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Why Would A Person Destroy Their Community?

5-Cr.-The-Star-LedgerBlocks of stores were destroyed by the rioters (image courtesy of The Star Ledger)

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William E. Cleary Sr. | CNBNews

 

(Gloucestercitynews.net)This week is the 53rd Anniversary of the Newark riots, also known by those who were there as the "Battle of Newark". The six-day conflict broke out on July 12, 1967, and ended on July 18, 1967. Soldiers from South Jersey who belonged to the 50th Armored Division,1st Battalion, 114th Infantry Regiment (aka "The Jersey Blues") were called early in the morning on July 12 to report to their respective armories either in Woodbury, or Pitman. When we arrived at the armories we were told to get CNBNews Exclusivedressed in our fatigues and grab our rifles. We were loaded onto trucks and headed up the NJ Turnpikes. We didn't find out where we were going until we got off at the Newark exit. Driving on the outskirts of the city you could smell and see a heavy cloud of smoke hanging over the buildings in the distance.

 

Bellmawr, Mt. Ephraim, Haddon Heights,  Gloucester City, Brooklawn, Audubon, Woodbury along with many other communities in the state had residents who belonged to the Guard that were activated that day.  Besides myself, there was Ed Barnett, Billy Carr, Jim Coppola, Chalie Cloud, Ed DiGiacomo, brothers Earl and Paul Fowler, Gerald Healey, the Jackson brothers, the MacAdams brothers (Joe, Ed, Jeep, and Horace), Ed McGregor, Sam McQuaid,  Ralph Richards, Charlie Savage, Chalie Tourtual, Sid Vaultier, Don Wilson, and Skip Zirbser.

Screen Shot 2020-07-12 at 13.19.54The smoke from the fires hung over Newark for days (image courtesy of historycomestolife)

The Newark riot began as a crowd of around 200 assembled outside the Fourth Precinct station house to protest the arrest of a cab driver with chants of "police brutality." Rocks and bottles were thrown, and the crowd was eventually dispersed. Yet, that night bands of angry looters caroused through the city, smashing windows (mostly of liquor stores), strewing merchandise in the streets, and pulling fire alarms.  At around 4:00 a.m. a looter was shot while trying to flee from two police officers.  By early Friday morning, five people had been killed and 425 people were jailed. Hundreds were wounded.  More than 3,000 National Guardsmen arrived later in the day along with 500 state troopers.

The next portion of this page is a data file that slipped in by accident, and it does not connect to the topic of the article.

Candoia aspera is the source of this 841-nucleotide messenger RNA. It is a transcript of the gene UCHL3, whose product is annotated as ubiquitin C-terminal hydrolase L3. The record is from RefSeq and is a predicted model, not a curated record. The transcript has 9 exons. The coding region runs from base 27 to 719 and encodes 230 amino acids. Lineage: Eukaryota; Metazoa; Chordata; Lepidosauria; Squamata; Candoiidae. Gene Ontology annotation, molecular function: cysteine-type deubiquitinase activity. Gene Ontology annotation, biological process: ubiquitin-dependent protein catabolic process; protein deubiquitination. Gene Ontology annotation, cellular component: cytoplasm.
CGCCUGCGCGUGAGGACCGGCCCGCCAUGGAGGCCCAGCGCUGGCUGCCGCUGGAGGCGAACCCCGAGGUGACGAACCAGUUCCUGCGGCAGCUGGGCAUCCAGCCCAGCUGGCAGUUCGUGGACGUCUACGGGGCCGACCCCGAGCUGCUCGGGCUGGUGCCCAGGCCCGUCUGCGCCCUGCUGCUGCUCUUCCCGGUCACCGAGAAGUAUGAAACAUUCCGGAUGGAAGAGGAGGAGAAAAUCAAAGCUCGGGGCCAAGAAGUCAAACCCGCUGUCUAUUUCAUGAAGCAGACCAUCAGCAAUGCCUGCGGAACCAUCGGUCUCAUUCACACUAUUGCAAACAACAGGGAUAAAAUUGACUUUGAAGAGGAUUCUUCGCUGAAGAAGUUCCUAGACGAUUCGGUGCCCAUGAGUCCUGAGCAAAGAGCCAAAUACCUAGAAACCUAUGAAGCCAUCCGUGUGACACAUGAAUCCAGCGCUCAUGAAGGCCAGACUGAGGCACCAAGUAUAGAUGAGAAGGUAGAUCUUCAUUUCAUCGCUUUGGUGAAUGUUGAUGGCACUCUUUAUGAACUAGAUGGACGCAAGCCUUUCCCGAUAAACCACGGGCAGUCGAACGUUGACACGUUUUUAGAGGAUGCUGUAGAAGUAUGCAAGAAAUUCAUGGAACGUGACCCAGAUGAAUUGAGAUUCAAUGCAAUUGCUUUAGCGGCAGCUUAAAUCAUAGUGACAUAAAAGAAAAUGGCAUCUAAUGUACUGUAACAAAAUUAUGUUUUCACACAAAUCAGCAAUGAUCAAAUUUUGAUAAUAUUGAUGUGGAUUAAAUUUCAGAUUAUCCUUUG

Over the next six days, we stayed on the streets of Newark trying to keep the peace. We witness the residents torch and loot their neighborhood stores one block at a time. In between dodging bullets, rocks, and bottles we watched in amazement as black business owners wrote “Soul Bros” on their front windows hoping to keep rioters from breaking into their properties. But eventually, the rioters destroyed those stores too, stole the goods, and set the places on fire.  

When the riot was over 26 people had been killed and property damage was in the millions of dollars. Most recently the city has seen a renaissance but it took all this time for it to happen. 

Sadly, even though 50 plus years have passed since that riot, some people living in major inner cities today still feel the only way to change things is to burn and loot the very businesses that have provided them jobs, food, appliances, medicine, sporting goods, and other necessities. Night after night we see them burning and looting the cities of Atlanta, Detroit, Boston, Philadelphia, Minneapolis, New York, Washington DC. 

To this day it is very hard to understand the rationale of a person that feels this is the way to bring about change. Where did this reasoning come from?  Why after all these years does this lunacy still occur? 

 

1967 Newark riot film courtesy of historycomestolife.com

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The 50th Anniversary of "The Battle of Newark"

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